Recently I heard a bookstore owner bemoaning that the whole “café thing” is a necessity these days. I know what she’s up against—the expansion of internet retail coupled with the shrinking of attention spans—but I wish she could embrace the java. Bookstores have always been about more than books, and they allow our towns to thrive.
I love to sit with my bookstore coffee, bouncing my thoughts off Italian garden photos, new political titles, and guides to Mexican cuisine. Somewhere a bookstore owner is saying. “Aha! The eternal browser! Zut alors, the enemy!” I apologize, but my spirit feels at home in bookstores. To me, they exist as a statement that we, in our public squares, value enlightenment.
Bookstores can also be important spaces for building something I call positive proximity, which means the experience of coexistence with others as a constructive and mobilizing force. Towns with lots of positive proximity have things like buzzing downtowns, creative events on the calendar, and maybe even a few well-marked hiking trails nearby. A bookstore can be the perfect place to gather up and sustain the energies that increase positive proximity. The conversations we have in bookstores get an extra lift from the ineffable, but unmistakable, whirring of creative industry in the air.
I remember sitting at Dudley’s Bookshop Café in Bend, Oregon. Local hippie elders sat in the living room area, planning, discussing; couples were at café tables. The space welcomed them in to share their big ideas and everyday complaints.
Here are elements of bookstores that transport me into a sense of positive proximity:
1. Welcoming employees
The Highly Literate Enthusiast, who can be found at places like the Raven Bookstore in Lawrence, Kans., looks up from a secondhand copy of a lesser-known author, ready to guide you toward any number of personal favorites, but by all means, feel free, take your time.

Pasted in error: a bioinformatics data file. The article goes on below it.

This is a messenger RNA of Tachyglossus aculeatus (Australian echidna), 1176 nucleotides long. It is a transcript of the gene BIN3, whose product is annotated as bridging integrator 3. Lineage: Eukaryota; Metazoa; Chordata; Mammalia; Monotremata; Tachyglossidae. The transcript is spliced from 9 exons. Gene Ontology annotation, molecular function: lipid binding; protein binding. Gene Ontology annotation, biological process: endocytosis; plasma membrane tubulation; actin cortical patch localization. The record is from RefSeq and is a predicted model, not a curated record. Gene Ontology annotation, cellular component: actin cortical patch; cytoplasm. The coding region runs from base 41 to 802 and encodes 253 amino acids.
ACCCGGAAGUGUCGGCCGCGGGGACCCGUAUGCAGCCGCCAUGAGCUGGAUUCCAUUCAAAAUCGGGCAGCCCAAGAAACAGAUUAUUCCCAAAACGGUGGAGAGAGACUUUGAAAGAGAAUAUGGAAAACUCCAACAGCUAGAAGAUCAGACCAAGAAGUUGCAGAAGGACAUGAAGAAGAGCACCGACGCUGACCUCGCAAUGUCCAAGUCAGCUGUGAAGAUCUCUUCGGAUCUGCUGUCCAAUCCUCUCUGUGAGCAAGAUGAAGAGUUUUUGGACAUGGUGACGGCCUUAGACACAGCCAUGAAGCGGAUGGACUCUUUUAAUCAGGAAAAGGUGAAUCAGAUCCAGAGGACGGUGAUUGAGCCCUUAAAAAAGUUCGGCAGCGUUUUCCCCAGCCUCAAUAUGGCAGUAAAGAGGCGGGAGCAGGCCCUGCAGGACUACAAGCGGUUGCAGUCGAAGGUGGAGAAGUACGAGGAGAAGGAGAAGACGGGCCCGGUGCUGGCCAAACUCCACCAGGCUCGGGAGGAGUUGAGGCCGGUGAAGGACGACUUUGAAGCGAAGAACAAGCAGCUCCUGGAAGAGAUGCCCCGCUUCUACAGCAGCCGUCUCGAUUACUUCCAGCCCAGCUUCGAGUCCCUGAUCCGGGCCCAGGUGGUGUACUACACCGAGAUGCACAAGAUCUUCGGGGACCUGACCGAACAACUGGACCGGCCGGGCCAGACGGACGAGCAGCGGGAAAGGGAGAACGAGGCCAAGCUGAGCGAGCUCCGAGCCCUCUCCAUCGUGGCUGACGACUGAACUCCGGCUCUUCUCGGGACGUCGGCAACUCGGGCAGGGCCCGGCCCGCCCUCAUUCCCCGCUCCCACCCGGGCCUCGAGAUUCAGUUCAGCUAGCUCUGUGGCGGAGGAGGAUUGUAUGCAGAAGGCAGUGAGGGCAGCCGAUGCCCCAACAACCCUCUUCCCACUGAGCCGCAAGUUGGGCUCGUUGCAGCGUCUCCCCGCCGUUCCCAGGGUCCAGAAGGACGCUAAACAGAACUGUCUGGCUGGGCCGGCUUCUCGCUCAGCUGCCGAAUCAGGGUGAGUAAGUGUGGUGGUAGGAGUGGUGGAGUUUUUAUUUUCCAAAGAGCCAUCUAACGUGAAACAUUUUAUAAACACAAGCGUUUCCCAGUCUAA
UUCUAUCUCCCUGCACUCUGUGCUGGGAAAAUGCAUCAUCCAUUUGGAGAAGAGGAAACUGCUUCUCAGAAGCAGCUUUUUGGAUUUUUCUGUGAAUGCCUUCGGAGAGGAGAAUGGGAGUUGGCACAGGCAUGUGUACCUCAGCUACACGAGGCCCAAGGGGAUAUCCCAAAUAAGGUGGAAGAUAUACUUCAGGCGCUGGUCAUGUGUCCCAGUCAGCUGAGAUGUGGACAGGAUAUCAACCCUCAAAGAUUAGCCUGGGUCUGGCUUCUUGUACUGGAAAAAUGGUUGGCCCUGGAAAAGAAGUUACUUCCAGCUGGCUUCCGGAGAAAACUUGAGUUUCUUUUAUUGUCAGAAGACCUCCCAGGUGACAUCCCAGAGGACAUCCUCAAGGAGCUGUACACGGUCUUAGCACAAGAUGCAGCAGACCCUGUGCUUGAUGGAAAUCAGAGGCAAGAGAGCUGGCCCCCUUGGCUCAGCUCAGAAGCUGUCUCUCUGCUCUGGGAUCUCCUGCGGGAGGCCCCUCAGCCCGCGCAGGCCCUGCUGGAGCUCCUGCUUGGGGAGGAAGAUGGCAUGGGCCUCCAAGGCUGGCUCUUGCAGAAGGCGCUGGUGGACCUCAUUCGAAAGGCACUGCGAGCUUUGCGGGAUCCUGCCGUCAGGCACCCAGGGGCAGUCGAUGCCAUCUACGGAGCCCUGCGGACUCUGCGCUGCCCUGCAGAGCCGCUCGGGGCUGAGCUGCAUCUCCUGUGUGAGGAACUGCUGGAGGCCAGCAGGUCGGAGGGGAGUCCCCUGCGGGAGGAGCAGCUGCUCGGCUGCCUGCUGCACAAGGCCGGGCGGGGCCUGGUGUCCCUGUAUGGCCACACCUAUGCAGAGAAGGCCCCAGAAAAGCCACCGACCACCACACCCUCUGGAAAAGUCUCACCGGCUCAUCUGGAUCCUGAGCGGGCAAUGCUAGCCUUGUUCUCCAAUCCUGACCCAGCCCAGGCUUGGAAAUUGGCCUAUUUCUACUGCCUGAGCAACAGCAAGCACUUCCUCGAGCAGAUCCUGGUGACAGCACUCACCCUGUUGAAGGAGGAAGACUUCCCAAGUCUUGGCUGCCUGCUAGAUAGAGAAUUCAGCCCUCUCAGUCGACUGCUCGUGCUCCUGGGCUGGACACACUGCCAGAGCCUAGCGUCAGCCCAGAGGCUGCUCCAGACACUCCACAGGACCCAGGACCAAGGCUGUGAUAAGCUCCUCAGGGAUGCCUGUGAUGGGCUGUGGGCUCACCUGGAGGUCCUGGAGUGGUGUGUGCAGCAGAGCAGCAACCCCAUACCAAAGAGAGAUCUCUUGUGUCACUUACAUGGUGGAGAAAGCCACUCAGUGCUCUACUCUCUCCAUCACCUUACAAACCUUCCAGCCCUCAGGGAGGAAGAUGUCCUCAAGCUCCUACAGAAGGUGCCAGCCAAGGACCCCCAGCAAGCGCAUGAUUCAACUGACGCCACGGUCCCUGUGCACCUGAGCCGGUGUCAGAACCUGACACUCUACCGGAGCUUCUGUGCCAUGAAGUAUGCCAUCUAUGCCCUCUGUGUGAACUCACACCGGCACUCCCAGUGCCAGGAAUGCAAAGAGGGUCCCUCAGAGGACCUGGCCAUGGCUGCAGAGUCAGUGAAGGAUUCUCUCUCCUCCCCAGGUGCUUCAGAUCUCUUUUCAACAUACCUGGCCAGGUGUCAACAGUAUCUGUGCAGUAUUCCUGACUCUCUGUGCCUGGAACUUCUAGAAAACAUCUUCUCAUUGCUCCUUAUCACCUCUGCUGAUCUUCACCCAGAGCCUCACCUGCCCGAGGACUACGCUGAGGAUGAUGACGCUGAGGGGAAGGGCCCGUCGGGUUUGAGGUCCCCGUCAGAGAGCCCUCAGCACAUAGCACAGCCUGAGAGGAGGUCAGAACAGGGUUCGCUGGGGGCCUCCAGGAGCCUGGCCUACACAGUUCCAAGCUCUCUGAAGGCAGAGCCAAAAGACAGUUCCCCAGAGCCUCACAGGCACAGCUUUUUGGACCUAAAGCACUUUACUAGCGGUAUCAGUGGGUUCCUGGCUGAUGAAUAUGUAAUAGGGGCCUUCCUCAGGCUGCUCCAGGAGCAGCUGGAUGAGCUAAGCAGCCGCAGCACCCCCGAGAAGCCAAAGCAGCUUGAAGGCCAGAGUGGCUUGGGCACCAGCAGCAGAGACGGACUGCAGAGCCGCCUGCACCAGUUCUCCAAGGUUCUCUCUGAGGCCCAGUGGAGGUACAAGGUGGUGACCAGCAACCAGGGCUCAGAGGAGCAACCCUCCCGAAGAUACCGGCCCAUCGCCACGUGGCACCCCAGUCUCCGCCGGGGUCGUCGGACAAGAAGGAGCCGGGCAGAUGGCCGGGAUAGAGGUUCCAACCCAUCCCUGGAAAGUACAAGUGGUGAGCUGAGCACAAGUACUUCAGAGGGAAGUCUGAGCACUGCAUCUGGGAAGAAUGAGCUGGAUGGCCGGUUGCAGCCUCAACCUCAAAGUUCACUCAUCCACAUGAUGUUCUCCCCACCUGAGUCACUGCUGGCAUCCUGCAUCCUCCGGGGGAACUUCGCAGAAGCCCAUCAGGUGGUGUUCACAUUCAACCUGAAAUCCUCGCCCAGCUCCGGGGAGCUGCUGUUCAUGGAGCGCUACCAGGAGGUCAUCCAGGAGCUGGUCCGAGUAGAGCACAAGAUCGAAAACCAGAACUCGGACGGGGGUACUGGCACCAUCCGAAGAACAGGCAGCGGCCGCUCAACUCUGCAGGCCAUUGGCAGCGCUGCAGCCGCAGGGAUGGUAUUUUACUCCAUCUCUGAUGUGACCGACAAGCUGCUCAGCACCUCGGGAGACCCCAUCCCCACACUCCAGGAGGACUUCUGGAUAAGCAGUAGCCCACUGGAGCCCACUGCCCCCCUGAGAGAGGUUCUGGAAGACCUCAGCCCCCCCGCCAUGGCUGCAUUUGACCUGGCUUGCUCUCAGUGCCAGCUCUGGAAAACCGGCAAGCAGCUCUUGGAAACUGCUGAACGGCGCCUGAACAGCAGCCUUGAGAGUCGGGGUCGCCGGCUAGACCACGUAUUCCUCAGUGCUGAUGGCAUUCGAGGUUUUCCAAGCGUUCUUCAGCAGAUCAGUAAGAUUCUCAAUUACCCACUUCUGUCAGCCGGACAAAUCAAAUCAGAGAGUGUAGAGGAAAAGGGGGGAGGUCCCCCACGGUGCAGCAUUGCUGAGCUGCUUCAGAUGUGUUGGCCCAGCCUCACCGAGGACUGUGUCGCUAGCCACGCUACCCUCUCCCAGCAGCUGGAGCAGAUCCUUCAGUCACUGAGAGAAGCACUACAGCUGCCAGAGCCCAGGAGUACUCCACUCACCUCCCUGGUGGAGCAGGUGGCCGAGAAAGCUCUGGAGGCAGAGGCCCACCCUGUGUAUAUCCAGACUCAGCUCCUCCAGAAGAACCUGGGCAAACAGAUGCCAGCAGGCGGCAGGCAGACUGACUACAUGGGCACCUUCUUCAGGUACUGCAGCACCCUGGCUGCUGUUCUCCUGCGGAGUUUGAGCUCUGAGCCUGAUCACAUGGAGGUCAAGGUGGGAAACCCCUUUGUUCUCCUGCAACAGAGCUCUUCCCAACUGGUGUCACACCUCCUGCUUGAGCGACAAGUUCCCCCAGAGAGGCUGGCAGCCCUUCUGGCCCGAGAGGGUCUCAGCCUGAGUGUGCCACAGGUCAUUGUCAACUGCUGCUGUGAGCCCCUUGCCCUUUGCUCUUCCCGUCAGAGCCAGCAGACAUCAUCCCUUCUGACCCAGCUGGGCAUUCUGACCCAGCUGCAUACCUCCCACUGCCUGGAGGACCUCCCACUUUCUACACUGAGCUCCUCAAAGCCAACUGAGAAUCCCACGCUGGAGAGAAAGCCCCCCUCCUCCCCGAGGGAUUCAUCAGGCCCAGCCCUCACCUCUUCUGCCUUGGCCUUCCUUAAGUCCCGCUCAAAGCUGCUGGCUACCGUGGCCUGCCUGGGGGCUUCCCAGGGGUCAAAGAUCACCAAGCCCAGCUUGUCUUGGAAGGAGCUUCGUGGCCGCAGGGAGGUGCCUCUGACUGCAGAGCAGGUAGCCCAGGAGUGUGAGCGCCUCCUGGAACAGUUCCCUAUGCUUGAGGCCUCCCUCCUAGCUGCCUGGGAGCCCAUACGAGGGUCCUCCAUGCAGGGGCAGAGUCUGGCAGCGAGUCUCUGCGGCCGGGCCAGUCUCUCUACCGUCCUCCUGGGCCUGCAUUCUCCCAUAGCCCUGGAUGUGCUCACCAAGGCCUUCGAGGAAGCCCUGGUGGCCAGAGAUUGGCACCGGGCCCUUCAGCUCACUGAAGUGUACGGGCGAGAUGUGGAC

Then there’s the Visitor from Another Time or Dimension, who probably works at Daedalus Books in Charlottesville, Vir., and may not acknowledge you as he explains to a friend how political demagoguery can warp the fabric of the quantum field. But he’ll let you roam around for hours, because, really, we’re all here from another place, just trying to find our way. And the Old School Reader at, say, City Lights in San Francisco knows that if we all just slowed down and read more books, we might become the civilization we aspire to be. He can hear the bulldozers rumbling through the Mission District, heading for this very address in the North Beach, but for now, the lights are on, the rent is paid, and you, compatriot, are here.
2. Places to hide
Whether it’s over in the tall stacks or off in the small nooks and crannies, these havens for your town’s curious minds are just as important to positive proximity as their social counterparts.
Time becomes unbound in these spaces. I spent a rainy afternoon at the Montague Book Mill in Massachusetts with a secondhand copy of Robert Coles’s The Spiritual Life of Children, sitting on the wide-planked floor of a room that smelled like old books. Heaven.
3. Books and more books
The sheer juxtaposition of them adds value. Not everyone can be the famous Strand Book Store in New York City, but all of those books, all those different ways of thinking, floor to ceiling, side by side, can echo the feel of how we all live together, dynamically and harmoniously, right wing and left wing, vegan muffins and Texas barbecue.
4. A café
Yes, a café, ideally one with a big, decadent, convivial bakery. Most bookstores serve coffee begrudgingly and sparingly, their scones as dry as vellum. Atticus Books in New Haven, Conn., always bucked this trend with its great coffee and cheesecake. Pretty smart, Yalies!
So yeah, the café thing. I’m sorry about that. Perhaps you can put Gabriel Garciá Márquez novels by the Colombian coffee of the week. But please, booksellers, do what you gotta do to hold a space for us, and our souls, and our dreams of building beautiful things, alone and together, in our towns and cities. Your address is the corner of Main and Elm, but you let us experience ourselves in the global village at the intersection of fascination and possibility.
Singer and songwriter Dar Williams’s book What I Found in a Thousand Towns: A Traveling Musician’s Guide to Rebuilding America’s Communities—One Coffee Shop, Dog Run, & Open-Mike Night at a Time is on sale September 5 from Hachette/Basic Books.